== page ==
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The Logistics of How to Write a Research Paper & MLA Format. Basic Structure. Heading will always go in the left hand corner of the first page: Name Instructor’s Name Class Date Include your last name and the page number on the right hand side of every page.

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basic structure
Basic Structure
  • Heading will always go in the left hand corner of the first page:
    • Name
    • Instructor’s Name
    • Class
    • Date
  • Include your last name and the page number on the right hand side of every page.
  • Use Times New Roman or a similar standard font. Also, use 12 point as your size.
  • Only have 1 inch for each margin.
  • Center the title of your piece.
step 1 topic proposal
STEP 1:TOPIC PROPOSAL
  • The purpose of a topic proposal is to receive approval from your professor/instructor regarding the topic you would like to write about. In a short paragraph (4-5 sentences), you must explain your topic and provide a brief glimpse into which specific points you will be researching and ultimately what your paper will be about.
step 2 annotated bibliography
STEP 2:ANNOTATED BIBLIOGRAPHY
  • The following slides will discuss source evaluation, MLA citations and annotations. Each of these points is important in developing your annotated bibliography.
evaluate your sources
EVALUATE YOUR SOURCES!!!

When choosing your source, it is absolutely imperative that you evaluate the credibility, authenticity and quality of your source. If you do not have good sources, the quality of your research paper goes down.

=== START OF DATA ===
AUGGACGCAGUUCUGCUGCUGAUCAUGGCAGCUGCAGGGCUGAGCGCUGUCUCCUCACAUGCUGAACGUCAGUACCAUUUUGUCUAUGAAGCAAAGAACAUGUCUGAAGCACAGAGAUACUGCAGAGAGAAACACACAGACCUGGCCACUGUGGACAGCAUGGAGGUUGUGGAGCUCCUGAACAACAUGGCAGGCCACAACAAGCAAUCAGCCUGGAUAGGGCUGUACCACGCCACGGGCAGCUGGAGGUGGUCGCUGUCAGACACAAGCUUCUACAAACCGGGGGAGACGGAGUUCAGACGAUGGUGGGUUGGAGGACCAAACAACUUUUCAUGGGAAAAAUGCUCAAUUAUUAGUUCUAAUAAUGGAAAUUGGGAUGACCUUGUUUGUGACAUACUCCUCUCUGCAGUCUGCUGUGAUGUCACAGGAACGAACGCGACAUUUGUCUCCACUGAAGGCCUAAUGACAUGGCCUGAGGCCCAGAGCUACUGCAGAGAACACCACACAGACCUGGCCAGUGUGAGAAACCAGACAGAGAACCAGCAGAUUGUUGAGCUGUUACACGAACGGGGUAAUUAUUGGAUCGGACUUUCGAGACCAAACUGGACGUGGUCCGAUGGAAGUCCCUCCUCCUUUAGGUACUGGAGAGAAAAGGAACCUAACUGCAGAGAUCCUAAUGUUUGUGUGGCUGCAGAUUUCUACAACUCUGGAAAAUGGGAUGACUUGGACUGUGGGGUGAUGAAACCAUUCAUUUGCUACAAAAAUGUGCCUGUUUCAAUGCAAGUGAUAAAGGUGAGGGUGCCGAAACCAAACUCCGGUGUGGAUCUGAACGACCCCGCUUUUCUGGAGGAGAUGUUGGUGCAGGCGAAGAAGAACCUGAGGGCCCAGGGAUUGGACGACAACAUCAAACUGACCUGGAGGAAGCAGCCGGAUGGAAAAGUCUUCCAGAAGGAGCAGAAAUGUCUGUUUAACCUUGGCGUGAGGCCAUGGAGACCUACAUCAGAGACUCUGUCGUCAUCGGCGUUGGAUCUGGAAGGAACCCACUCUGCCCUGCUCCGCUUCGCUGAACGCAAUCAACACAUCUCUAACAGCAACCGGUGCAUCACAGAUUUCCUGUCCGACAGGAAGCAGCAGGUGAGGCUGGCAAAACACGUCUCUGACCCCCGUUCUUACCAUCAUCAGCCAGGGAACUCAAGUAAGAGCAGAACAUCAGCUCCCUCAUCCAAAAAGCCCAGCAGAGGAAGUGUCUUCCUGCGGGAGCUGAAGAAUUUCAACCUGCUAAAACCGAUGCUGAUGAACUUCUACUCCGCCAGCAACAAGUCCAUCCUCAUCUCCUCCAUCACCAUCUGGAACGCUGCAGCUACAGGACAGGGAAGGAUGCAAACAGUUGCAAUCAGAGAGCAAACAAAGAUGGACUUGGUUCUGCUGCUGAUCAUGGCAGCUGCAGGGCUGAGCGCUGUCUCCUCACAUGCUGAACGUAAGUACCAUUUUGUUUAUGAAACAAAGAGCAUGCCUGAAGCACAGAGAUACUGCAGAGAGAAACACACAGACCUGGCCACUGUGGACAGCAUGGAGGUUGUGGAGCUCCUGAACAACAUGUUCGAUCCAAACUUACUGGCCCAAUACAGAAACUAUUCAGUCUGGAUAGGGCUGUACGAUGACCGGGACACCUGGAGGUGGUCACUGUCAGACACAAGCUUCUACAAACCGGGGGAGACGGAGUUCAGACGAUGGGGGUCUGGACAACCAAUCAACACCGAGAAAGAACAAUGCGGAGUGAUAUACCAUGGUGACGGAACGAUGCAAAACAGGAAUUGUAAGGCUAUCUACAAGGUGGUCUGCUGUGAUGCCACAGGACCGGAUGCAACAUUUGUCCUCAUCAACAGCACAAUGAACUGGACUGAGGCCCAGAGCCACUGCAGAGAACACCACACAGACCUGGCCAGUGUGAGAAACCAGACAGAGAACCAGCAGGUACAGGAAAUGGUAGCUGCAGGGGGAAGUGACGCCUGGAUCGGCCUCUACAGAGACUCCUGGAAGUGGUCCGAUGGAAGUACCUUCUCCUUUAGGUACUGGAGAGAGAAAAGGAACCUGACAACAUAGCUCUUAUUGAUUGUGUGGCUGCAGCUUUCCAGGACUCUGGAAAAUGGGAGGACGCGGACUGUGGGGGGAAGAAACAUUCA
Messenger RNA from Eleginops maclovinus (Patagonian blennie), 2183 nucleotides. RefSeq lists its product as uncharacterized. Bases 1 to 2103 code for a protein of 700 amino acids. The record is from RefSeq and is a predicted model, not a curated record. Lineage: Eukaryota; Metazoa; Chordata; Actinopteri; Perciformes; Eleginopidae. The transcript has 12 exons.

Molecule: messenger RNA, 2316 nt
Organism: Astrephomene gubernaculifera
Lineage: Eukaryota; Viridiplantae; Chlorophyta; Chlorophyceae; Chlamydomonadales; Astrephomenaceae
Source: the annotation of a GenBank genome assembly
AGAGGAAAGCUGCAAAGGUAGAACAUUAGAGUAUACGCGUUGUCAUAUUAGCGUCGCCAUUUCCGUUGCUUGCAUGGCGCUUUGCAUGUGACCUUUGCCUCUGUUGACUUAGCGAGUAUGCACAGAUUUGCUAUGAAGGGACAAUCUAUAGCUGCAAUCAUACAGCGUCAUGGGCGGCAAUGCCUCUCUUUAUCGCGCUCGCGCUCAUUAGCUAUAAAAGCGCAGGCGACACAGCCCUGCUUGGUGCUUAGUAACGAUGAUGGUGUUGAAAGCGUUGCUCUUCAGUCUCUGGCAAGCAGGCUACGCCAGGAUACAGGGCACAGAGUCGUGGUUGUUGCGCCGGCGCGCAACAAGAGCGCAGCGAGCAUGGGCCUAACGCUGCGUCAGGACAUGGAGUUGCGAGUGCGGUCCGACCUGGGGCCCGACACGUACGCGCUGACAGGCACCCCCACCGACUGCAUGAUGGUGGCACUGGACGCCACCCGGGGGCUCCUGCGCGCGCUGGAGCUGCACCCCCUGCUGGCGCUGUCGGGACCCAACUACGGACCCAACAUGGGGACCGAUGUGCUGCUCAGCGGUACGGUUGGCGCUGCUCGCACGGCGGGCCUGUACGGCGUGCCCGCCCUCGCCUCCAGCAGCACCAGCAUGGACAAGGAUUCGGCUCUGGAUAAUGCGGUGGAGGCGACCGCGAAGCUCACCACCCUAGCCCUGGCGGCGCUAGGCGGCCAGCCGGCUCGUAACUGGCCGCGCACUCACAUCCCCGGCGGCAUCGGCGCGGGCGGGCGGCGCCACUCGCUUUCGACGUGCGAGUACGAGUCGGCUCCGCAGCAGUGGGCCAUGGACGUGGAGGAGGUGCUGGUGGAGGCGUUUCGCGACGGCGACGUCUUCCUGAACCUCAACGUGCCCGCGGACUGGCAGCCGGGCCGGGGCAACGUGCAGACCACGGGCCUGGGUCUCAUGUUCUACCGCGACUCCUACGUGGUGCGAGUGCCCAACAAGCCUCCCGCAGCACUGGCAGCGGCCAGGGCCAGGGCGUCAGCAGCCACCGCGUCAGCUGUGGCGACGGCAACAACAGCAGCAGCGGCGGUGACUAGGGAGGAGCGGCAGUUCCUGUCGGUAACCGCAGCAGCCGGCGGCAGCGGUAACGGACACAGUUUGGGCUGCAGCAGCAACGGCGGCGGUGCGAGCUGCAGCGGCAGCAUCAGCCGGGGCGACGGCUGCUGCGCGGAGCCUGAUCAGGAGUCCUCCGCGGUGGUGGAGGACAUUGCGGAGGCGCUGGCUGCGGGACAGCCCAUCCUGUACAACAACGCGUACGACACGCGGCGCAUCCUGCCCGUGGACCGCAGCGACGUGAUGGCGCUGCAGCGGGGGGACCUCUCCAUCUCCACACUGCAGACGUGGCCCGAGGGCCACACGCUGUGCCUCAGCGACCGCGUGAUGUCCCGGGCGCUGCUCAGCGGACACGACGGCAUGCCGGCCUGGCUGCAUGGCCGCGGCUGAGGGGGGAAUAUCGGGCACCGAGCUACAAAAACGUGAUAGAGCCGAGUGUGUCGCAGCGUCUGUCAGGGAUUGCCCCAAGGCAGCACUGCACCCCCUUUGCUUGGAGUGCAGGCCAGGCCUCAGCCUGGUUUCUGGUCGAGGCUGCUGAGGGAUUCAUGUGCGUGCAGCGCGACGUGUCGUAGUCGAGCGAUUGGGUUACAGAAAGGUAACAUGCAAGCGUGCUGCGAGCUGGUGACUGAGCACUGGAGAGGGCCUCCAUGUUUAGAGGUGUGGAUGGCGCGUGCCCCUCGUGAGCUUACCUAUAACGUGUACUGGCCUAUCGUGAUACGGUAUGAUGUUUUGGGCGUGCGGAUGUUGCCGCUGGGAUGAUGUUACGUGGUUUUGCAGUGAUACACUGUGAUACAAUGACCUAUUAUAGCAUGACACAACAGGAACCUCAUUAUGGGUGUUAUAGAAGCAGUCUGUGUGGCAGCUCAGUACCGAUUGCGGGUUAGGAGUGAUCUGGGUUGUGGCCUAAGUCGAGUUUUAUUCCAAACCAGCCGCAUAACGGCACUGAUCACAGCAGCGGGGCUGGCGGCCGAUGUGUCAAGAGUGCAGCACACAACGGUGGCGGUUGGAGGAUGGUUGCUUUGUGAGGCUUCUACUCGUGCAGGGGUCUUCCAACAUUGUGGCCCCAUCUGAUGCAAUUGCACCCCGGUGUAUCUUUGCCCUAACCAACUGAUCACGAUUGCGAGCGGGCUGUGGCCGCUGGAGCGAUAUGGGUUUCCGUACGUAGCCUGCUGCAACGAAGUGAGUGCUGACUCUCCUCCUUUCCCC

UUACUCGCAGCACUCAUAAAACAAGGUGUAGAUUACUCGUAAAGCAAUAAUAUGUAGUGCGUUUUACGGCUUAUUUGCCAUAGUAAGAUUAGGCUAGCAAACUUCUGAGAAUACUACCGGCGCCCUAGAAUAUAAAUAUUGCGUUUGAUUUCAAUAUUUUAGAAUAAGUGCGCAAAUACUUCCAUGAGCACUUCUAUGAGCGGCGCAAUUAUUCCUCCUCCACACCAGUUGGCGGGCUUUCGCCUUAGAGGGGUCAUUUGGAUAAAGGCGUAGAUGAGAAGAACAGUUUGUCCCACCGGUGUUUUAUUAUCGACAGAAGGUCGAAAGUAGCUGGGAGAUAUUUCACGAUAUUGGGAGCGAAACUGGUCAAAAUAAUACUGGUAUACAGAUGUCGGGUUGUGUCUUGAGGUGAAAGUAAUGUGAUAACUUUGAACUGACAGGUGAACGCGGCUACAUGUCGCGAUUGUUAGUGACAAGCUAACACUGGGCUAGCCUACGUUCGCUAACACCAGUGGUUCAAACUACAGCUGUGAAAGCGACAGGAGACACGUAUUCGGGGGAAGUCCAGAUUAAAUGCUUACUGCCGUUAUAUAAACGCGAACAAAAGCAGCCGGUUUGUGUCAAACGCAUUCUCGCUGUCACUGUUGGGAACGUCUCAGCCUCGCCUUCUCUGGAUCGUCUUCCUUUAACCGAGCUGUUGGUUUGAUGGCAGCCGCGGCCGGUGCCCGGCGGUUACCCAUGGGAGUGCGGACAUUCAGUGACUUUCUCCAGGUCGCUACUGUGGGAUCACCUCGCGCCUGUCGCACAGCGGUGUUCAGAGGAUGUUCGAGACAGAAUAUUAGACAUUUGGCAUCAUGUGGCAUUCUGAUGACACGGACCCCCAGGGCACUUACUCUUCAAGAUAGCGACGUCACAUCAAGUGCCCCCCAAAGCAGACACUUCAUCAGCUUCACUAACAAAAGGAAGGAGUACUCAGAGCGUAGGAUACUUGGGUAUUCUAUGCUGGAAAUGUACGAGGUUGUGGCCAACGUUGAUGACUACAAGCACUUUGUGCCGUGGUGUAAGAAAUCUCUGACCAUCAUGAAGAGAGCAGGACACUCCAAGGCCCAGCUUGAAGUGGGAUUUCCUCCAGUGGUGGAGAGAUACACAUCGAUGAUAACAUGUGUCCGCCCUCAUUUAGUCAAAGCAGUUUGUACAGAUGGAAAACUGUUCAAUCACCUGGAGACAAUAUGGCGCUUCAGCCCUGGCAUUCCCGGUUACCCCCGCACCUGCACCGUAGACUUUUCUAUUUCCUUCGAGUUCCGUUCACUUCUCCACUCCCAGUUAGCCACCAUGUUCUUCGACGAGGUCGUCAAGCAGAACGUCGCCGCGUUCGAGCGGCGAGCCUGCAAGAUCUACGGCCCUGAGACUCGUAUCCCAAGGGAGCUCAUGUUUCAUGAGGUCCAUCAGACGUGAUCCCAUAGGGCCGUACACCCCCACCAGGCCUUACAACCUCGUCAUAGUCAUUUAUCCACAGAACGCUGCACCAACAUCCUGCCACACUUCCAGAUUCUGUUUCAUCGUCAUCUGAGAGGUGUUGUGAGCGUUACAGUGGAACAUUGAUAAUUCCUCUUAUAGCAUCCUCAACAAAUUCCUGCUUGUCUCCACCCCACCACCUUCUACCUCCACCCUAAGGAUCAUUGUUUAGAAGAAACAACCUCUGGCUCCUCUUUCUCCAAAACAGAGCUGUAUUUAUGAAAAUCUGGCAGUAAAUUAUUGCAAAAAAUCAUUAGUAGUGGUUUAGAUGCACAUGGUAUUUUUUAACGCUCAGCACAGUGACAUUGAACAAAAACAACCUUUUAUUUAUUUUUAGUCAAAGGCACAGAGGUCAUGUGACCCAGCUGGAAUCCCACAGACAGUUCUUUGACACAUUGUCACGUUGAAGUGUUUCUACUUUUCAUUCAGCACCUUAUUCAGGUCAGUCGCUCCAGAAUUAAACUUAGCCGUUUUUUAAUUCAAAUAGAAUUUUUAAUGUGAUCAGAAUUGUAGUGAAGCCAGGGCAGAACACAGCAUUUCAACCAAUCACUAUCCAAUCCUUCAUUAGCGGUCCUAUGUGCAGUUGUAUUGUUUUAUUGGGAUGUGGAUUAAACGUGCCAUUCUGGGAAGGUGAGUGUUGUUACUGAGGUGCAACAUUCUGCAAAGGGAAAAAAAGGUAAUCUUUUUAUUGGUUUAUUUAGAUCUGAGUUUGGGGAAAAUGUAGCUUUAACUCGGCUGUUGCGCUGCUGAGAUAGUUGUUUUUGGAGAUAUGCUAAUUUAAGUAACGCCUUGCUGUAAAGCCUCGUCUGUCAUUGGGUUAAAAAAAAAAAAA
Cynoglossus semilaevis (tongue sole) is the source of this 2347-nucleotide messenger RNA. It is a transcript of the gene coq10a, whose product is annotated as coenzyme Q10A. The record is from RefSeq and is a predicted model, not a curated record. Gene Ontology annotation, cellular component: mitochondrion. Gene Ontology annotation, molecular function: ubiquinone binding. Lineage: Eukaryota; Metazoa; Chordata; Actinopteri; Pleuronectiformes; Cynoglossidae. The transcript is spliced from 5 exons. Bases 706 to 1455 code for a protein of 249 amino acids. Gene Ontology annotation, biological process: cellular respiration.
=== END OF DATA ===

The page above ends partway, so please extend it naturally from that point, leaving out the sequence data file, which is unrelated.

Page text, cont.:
the a abcs of evaluating sources
THE AABCs of Evaluating Sources
  • AUTHORITY
      • Who is the author of this source?
      • Is this person an authority, or expert, on this particular subject?
      • If the source is published by an organization, is the organization well-known for dealing with this particular topic?
the a a bcs of evaluating sources
THE AABCs of Evaluating Sources
  • ACCURACY
      • Is the information from this source accurate?
      • How can you tell the source is telling the truth?
      • What research does the source allude to and how do you know that you can trust the research?
      • Doe the source seem to have a lot of spelling, grammatical, or factual errors?
the aa b cs of evaluating sources
THE AABCs of Evaluating Sources
  • 2. BIAS
      • Is this source biased towards one side of a debate?
      • Does this source only cover one perspective or do they acknowledge other perspectives as well?
      • Does the author use emotionally-charged words to try to persuade you in one direction only?
the aab c s of evaluating sources
THE AABCs of Evaluating Sources

3. CURRENCY

  • Is the information in this source current?
  • Is the information in this source kept up-to-date?
  • How do you know whether the information in this site is recent enough for you to use?
mla citations